The “Marriage Premium”

George Leef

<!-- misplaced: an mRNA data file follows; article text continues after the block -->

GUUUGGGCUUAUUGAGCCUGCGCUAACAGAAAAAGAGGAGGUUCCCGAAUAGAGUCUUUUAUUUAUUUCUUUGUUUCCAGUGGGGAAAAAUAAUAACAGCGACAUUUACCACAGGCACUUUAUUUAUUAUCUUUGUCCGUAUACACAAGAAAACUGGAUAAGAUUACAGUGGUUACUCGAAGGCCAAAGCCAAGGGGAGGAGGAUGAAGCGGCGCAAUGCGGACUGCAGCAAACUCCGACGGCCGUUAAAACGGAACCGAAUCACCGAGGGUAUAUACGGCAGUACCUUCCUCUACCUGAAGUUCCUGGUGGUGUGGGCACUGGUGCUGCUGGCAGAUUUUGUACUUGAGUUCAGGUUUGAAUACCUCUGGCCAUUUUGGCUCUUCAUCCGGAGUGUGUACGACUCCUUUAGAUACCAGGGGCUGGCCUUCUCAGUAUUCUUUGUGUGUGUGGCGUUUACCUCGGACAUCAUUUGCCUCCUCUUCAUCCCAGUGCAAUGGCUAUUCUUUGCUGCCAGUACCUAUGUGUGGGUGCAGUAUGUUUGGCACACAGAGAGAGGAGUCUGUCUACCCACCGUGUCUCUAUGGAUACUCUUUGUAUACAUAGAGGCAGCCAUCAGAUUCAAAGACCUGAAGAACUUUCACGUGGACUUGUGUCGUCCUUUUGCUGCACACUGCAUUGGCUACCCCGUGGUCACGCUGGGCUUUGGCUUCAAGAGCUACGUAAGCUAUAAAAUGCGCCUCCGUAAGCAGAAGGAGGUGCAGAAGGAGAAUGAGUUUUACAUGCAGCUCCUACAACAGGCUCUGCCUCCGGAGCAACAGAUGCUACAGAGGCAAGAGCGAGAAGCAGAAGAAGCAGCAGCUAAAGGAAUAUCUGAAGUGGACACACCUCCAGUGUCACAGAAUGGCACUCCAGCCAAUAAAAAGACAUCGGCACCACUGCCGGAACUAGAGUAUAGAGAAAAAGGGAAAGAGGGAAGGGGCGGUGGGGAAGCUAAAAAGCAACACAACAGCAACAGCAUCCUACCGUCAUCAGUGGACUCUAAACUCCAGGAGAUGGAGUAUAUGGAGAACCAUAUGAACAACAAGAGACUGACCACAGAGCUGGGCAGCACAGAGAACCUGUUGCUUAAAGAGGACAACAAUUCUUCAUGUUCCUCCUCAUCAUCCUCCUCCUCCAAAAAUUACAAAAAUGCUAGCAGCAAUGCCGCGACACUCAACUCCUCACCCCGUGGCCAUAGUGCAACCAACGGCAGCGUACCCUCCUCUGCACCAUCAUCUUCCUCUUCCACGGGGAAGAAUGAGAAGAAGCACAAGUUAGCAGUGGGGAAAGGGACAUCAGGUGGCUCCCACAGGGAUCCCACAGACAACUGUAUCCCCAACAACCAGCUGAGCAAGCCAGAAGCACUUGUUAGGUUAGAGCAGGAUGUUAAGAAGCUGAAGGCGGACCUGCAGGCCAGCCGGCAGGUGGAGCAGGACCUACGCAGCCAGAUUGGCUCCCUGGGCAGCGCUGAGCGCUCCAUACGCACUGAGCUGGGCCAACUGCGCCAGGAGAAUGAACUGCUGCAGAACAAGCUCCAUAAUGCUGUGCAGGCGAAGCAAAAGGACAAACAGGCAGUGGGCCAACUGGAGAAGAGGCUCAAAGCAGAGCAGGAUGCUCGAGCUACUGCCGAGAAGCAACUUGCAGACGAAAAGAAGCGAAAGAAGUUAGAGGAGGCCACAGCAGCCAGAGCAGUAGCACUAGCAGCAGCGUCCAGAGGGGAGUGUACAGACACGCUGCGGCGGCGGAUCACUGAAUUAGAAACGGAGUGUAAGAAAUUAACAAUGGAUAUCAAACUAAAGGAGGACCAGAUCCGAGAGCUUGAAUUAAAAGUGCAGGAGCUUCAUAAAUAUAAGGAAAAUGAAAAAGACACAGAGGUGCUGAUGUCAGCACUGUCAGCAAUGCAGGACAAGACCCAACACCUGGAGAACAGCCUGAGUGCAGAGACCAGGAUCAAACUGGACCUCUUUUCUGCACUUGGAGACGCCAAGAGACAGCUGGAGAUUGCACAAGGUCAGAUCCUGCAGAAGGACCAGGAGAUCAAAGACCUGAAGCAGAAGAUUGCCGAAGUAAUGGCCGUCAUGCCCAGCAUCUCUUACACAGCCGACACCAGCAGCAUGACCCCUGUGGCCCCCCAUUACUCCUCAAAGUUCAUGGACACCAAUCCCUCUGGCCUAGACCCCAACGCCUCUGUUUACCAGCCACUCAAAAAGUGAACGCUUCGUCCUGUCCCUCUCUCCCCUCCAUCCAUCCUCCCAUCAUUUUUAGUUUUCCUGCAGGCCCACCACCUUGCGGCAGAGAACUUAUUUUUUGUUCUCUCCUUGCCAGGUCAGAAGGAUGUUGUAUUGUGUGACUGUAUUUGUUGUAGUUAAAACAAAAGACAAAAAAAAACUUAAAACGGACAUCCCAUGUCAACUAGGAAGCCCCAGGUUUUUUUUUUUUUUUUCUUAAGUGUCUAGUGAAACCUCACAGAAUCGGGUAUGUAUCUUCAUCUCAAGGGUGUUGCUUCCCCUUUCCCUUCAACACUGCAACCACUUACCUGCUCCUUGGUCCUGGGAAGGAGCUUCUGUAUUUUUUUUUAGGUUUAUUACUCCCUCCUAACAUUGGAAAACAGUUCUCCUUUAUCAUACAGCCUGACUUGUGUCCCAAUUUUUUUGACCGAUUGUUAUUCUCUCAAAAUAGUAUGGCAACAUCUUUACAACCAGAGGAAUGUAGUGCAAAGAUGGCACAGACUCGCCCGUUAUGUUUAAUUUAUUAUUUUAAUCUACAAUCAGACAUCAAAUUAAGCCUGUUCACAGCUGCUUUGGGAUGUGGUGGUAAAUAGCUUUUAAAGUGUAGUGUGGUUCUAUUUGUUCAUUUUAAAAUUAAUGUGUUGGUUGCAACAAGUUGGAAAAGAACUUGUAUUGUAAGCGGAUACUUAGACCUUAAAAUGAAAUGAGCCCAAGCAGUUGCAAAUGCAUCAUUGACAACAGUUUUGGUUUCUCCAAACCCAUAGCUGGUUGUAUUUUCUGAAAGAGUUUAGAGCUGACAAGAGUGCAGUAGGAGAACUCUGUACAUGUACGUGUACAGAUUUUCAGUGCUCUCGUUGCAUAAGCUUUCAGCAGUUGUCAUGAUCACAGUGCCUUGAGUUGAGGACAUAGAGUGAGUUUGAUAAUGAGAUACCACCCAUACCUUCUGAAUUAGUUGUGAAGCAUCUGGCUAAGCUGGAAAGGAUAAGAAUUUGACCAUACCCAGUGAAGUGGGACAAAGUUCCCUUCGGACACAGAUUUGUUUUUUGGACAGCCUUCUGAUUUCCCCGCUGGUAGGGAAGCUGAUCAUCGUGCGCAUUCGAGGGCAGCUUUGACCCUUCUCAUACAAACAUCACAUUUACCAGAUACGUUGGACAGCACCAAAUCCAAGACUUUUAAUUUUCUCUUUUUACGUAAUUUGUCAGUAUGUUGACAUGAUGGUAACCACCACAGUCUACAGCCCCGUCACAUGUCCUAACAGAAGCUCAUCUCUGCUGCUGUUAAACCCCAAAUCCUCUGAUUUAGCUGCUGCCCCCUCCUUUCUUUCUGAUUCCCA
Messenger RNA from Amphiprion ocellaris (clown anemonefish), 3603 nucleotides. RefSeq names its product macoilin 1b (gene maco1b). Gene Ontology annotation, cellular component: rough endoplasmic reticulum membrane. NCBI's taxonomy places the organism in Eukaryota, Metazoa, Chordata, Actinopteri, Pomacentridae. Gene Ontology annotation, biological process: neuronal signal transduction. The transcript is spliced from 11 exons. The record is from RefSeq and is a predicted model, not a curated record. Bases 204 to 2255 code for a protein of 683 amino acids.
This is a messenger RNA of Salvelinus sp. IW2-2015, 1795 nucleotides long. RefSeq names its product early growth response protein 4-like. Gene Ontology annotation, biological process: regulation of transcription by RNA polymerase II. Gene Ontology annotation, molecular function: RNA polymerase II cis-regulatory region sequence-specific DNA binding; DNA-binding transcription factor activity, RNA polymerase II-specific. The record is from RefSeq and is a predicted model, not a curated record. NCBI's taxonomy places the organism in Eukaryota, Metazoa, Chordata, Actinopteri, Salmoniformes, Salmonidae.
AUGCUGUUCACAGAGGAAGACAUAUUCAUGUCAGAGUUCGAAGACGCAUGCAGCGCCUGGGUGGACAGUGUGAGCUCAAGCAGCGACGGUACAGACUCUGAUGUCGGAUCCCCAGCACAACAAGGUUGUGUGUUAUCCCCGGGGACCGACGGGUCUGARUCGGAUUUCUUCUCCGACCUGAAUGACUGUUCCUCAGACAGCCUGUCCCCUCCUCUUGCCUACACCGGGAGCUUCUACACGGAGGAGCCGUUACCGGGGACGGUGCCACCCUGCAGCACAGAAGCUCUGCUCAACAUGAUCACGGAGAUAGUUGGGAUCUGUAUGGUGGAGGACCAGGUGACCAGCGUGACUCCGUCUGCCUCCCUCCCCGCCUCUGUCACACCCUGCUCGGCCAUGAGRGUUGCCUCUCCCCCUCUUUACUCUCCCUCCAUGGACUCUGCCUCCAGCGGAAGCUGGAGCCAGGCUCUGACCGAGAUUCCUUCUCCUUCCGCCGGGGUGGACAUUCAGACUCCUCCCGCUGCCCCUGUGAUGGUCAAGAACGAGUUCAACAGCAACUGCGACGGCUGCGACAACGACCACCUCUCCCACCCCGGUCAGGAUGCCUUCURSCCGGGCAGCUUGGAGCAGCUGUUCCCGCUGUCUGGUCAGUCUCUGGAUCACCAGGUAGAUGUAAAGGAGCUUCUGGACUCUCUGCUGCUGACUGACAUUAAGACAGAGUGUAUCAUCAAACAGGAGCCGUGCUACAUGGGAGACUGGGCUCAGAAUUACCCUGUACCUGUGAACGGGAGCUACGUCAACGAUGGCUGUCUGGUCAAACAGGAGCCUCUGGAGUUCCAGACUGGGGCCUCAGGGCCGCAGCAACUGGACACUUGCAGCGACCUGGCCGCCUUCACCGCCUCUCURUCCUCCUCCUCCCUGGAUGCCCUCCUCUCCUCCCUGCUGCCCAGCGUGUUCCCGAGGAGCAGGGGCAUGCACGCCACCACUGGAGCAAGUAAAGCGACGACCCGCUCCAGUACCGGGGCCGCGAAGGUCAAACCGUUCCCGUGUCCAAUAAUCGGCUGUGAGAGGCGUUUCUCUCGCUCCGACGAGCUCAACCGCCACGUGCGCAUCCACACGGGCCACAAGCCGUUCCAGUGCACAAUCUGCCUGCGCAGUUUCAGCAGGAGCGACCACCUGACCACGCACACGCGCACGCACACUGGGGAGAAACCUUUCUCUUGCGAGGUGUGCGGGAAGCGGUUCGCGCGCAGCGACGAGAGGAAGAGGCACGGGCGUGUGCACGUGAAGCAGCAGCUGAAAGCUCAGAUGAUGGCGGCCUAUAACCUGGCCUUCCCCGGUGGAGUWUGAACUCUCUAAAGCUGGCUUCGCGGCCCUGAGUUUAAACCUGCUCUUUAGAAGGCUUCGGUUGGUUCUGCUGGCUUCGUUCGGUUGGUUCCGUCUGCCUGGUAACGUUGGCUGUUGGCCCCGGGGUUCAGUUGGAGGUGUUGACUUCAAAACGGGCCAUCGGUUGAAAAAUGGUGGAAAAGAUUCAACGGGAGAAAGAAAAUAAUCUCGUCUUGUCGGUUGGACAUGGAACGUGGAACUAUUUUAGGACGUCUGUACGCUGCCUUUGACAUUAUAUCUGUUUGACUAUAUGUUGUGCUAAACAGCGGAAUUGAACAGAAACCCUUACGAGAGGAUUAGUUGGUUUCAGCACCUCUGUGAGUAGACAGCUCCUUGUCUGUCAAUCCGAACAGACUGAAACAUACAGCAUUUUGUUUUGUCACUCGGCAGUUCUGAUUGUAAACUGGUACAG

In this EconLog post, George Mason University economics professor Bryan Caplan observes that the “college earnings premium” is said to be 34%, but that the “marriage premium” for men is substantially higher — 44%. So if it is good policy to promote college attendance and graduation because people will earn more, why not do the same for marriage?  The “marriage premium” helps to show the silliness of the notion that just because someone does something (getting a college degree, getting married), he will therefore vault into a higher earnings bracket.

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